Make a crisis plan – You will have crisis moments. At these times you won’t be able to think clearly. Therefore it makes sense to write down and keep with you a list of practical things you can do to get you through the otherwise.

Expose yourself to your fears regularly – It is the only way to truly overcome OCD, despite how painful it will be for you.

Forgive yourself – You are dealing with an illness that most people simply cannot comprehend in terms of how devastating it is. You may feel weak but in fact you are incredibly strong. You do what you need to do despite how desperate you feel. That makes you heroic. When things don’t go so well, have compassion for yourself and remind yourself of the above. Being angry with yourself is like pouring petrol on a fire. Not recommended.

Consider the levels of stress you are under – OCD LOVES stressed people. If you can take practical steps to lower your levels of external stress you will be doing yourself a huge favour.

Ask pertinent questions of potential OCD therapists – Therapy can be very helpful. But you don’t want to go through 5 therapists before you find one who is an expert in treating OCD. Use OCD UK/OCD Action for advice on selecting an appropriate therapist. They are not all the same and you deserve expert care.

Practice gratitude for the positives in your life – There will be some, focusing on them and being thankful will probably shift your mindset in a more positive direction.

Understand that avoidance only worsens OCD – To overcome OCD you will need to regularly put yourself in positions that are very uncomfortable or worse. You know this deep down. But it is the route to peace of mind.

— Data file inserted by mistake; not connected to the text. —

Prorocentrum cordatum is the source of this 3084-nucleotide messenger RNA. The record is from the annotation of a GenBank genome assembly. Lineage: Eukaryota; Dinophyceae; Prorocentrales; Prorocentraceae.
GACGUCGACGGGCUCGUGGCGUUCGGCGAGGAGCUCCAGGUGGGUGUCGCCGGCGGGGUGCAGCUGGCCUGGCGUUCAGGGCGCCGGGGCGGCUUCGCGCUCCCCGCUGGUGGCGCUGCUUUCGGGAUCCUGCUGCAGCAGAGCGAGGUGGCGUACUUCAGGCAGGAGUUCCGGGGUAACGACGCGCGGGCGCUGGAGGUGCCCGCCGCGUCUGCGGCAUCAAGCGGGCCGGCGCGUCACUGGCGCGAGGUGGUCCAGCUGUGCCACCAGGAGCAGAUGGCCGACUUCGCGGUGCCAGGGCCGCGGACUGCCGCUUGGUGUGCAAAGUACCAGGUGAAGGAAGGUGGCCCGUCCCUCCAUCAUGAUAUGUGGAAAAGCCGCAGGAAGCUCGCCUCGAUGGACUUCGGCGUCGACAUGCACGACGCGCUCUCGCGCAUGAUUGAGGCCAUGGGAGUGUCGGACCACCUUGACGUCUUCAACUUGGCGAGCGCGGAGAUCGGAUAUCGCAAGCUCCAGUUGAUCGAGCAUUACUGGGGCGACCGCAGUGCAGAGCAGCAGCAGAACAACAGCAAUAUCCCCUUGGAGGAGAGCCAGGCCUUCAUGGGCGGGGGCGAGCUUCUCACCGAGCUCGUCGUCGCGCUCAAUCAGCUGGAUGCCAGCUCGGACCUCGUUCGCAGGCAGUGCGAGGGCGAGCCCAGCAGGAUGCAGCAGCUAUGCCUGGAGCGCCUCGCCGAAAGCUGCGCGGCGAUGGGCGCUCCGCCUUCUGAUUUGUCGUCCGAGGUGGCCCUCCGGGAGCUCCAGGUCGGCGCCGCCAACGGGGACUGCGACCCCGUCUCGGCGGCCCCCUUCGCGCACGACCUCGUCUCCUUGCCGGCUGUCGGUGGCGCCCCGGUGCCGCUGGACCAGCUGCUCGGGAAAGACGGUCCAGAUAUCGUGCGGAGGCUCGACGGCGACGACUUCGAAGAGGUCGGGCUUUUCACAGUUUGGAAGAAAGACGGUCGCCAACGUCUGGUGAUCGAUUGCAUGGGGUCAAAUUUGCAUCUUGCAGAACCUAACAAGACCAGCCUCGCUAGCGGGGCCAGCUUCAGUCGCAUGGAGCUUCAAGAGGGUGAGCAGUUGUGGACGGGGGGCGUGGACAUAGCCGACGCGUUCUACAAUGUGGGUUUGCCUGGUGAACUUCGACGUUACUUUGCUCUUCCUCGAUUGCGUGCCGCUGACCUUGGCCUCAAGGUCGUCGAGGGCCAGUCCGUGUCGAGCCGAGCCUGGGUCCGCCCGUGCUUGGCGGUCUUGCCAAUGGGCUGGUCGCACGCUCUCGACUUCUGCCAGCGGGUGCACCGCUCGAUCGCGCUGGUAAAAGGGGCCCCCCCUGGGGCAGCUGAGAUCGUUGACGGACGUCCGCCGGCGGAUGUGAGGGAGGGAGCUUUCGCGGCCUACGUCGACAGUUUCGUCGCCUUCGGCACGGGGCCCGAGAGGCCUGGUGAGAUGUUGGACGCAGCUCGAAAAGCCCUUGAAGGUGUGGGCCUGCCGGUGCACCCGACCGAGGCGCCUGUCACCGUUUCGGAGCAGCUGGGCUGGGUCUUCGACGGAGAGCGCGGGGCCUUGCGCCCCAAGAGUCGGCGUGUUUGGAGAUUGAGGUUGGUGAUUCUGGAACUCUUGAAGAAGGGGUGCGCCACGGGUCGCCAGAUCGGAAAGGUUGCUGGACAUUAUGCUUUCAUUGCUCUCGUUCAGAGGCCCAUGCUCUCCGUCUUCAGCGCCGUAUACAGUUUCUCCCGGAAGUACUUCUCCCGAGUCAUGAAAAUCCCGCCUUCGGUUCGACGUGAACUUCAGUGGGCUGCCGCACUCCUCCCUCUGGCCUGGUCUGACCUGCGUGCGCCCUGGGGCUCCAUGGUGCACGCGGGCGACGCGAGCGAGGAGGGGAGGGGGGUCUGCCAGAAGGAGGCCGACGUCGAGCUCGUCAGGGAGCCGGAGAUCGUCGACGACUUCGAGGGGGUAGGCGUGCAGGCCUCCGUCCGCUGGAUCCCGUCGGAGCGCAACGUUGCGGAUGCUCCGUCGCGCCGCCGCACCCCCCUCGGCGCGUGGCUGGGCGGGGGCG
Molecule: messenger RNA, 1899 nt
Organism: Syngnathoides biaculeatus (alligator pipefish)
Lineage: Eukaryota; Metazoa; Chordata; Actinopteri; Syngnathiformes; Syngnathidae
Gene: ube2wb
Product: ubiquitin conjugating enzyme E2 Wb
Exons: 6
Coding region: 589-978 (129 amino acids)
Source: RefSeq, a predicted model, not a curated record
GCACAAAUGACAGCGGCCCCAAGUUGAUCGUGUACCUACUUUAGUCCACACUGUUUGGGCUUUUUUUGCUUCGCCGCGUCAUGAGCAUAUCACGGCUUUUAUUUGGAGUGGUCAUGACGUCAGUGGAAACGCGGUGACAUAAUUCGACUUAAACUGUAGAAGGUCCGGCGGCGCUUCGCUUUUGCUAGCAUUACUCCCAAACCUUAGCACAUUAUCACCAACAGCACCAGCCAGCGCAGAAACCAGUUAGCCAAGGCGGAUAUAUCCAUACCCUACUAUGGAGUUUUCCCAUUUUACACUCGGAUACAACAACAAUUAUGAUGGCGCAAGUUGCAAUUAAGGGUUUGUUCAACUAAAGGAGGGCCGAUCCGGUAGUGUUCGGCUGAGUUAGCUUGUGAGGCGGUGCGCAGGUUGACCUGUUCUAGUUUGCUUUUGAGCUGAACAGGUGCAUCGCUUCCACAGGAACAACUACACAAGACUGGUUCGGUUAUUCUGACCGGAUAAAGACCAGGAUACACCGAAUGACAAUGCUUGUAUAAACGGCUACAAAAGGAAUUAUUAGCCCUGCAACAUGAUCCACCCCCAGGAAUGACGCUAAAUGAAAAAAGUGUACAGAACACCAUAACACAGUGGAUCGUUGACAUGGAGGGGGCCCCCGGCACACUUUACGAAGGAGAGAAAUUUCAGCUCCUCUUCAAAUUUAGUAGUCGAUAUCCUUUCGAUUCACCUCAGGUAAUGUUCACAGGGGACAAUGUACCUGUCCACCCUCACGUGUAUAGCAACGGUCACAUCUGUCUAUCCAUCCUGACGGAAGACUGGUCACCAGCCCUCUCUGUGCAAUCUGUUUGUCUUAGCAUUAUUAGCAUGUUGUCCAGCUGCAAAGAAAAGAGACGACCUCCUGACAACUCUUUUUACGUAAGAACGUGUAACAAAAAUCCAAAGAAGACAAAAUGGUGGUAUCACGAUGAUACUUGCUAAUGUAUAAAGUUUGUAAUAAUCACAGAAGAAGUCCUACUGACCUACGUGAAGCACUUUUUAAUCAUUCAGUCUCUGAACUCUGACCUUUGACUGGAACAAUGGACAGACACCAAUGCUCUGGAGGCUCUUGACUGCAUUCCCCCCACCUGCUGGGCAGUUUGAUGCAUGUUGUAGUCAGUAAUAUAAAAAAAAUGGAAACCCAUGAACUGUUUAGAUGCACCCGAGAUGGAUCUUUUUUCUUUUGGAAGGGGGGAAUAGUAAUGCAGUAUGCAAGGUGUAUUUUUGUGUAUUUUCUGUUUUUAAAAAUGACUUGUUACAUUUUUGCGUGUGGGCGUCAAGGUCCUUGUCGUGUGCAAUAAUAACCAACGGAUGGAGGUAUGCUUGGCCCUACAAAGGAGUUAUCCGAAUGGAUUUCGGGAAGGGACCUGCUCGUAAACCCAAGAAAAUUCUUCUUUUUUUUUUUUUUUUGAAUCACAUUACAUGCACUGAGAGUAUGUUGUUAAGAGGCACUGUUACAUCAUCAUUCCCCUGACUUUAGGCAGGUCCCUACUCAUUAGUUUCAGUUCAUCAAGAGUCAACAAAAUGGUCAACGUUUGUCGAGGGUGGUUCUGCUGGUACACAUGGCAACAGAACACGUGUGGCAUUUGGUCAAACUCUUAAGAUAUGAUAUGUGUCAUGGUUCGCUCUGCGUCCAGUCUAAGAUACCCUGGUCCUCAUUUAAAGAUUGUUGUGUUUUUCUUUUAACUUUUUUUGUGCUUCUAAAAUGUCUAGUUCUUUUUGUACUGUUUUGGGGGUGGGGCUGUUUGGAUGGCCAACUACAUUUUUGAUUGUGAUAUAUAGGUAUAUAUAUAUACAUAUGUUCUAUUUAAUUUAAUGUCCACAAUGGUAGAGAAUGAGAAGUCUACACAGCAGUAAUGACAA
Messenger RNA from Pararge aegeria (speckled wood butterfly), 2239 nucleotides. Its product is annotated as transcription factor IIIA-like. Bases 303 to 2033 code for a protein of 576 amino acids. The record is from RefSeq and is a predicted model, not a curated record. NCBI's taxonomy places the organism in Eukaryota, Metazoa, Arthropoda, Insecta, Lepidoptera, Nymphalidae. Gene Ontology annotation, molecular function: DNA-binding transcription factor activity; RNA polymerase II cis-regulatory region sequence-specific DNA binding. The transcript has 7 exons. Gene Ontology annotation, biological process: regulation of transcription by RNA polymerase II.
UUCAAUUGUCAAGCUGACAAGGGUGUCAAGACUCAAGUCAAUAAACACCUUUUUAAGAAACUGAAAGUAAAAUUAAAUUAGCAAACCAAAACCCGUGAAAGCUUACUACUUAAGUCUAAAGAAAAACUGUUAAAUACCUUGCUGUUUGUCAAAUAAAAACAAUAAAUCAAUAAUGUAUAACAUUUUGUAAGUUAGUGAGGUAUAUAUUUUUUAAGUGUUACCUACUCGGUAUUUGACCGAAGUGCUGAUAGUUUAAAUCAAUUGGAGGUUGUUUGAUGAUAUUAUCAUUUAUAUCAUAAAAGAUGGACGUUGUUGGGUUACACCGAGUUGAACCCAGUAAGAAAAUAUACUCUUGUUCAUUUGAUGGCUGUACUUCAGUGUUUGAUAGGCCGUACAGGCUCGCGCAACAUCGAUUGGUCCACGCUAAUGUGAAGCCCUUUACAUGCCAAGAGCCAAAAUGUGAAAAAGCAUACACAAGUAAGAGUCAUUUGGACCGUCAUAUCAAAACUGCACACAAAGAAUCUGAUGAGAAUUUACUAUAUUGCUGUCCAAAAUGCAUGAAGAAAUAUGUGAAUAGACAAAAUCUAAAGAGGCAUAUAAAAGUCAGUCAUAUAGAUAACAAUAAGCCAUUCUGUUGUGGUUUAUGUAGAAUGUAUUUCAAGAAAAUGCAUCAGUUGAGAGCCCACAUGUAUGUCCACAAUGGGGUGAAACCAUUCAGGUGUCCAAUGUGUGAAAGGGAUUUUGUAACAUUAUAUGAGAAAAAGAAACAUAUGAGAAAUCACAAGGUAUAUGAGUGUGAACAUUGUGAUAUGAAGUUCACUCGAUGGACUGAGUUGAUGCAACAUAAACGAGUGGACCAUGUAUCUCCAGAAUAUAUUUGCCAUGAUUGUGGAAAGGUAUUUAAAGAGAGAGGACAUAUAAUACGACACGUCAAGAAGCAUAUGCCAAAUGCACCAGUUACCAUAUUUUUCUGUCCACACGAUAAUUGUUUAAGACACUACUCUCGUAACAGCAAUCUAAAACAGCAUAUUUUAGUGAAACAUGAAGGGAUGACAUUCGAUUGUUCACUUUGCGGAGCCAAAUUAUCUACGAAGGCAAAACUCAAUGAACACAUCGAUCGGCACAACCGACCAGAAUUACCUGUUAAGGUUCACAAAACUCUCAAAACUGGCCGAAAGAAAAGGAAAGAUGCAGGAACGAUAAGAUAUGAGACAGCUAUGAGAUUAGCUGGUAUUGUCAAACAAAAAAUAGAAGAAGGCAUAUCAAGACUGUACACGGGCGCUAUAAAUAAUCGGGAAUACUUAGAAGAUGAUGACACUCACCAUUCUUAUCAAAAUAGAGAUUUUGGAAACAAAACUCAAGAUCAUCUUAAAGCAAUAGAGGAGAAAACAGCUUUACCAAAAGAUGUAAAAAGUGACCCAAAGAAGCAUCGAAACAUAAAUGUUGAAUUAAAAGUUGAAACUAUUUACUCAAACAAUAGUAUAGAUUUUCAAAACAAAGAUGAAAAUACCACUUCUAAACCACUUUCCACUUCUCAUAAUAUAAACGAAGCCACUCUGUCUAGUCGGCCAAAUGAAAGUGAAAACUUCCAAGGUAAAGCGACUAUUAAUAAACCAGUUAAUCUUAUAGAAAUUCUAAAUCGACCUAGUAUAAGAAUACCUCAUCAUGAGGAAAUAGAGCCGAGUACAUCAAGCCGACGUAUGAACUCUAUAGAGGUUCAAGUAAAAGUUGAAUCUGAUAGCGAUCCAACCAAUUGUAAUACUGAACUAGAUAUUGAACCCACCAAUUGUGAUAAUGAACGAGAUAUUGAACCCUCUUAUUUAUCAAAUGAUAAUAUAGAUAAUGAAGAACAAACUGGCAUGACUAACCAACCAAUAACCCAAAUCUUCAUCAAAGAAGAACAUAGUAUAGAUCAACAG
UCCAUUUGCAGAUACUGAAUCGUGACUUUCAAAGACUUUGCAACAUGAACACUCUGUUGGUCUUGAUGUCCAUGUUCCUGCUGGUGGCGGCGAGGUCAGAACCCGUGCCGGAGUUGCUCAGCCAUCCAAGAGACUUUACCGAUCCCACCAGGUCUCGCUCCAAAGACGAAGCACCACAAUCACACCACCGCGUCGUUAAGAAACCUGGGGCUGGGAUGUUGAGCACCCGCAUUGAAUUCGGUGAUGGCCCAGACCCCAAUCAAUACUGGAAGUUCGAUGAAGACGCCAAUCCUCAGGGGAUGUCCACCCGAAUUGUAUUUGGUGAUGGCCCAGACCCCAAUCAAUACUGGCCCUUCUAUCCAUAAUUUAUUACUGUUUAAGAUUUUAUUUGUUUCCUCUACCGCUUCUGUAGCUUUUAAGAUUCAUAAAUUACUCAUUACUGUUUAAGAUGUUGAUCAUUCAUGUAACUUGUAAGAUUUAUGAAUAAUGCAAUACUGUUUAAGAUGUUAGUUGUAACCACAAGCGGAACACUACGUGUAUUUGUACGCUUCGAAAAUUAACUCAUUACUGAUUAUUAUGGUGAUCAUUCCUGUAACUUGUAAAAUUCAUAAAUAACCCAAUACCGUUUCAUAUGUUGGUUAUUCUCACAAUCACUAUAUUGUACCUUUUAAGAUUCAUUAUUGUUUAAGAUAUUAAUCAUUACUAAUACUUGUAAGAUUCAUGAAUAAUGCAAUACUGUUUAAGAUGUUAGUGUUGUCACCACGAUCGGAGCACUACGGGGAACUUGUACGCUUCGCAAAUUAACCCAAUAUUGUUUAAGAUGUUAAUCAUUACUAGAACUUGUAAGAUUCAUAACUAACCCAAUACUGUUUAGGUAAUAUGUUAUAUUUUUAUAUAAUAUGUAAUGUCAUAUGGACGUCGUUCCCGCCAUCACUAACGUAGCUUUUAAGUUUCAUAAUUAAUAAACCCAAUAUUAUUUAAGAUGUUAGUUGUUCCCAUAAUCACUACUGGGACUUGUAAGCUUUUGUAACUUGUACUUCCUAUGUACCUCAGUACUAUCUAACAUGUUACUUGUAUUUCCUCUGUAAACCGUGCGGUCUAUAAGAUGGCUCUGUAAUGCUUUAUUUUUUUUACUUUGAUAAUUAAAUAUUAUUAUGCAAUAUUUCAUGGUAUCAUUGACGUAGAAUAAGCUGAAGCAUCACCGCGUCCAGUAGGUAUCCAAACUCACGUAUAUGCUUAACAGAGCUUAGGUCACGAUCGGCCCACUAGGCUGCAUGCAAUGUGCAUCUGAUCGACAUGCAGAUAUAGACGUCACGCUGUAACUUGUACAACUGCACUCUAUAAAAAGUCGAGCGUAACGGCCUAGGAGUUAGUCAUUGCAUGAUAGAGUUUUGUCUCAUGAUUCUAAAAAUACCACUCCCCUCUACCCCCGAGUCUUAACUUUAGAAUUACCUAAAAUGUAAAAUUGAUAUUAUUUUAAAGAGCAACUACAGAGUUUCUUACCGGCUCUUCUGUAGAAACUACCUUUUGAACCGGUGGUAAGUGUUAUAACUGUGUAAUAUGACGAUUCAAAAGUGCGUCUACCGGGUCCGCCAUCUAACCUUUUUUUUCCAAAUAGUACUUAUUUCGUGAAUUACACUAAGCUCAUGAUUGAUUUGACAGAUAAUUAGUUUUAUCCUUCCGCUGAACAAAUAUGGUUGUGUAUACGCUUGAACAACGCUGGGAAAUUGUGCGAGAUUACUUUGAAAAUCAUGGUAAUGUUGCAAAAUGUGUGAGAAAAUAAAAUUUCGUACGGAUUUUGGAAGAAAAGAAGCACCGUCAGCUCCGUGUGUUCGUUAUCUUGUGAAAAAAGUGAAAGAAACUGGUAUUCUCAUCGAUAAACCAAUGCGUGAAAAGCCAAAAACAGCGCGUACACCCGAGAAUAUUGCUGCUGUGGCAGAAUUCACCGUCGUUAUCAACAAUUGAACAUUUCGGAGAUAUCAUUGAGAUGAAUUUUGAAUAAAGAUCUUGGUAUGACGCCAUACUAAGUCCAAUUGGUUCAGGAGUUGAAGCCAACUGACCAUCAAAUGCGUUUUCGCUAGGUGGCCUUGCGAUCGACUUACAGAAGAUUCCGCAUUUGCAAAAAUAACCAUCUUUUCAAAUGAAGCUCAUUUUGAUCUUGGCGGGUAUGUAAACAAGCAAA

Drink alcohol to excess, or preferably not all – Being drunk may give temporary relief from your obsessive thoughts. But they will return twice as vicious the next morning. Alcohol is a false weapon against OCD.

Google possible side effects for OCD meds – This is a surefire way to terrify yourself. I have taken 5/6 OCD meds without experiencing major side effects. If you do have problems of course visit your GO but don’t pile more potential unknowns into your already bursting in tray of worries.

Expect miracles – You may be fortunate in that you make a quick and full recovery. But if things take a little longer, stick with it. OCD loves impatience and withers in the presence of calm resolve.

Seek reassurance – You will feel an overwhelming temptation to seek reassurance that your OCD fear(s) are not true. This is a major trap to avoid and only worsens OCD. You may need to learn this the hard way in the beginning but the sooner you can drop reassurance seeking the better.

Attempt to out analyse/ out logic OCD – This is a battle you cannot win. I know, I’ve tried. OCD will ALWAYS have the last word with another creeping ‘what if’ thought. Accept and observe yourself engaging in this compulsion, and gradually you will weaken it.

Forget that when you overcome OCD you will have so much insight and capacity for joy in even the simplest parts of life – It may not feel like it right now, but what has been temporarily taken from you will be permanently returned to you in new, precious ways you can’t imagine right now.

Give up HOPE – If you feel you’re running out, have some from this blog post to get you through the storm. Millions of people recover from OCD and you will to.

Think you’re alone – You’re not. Many people who you walk past on the street will have OCD. It’s common. Connect with people who can truly empathise and support and you’ll find more energy to do what you need to do.

Worry – This is the end of OCD (War and Peace). Put the kettle on and have a well deserved break and a cup of tea!

Good luck!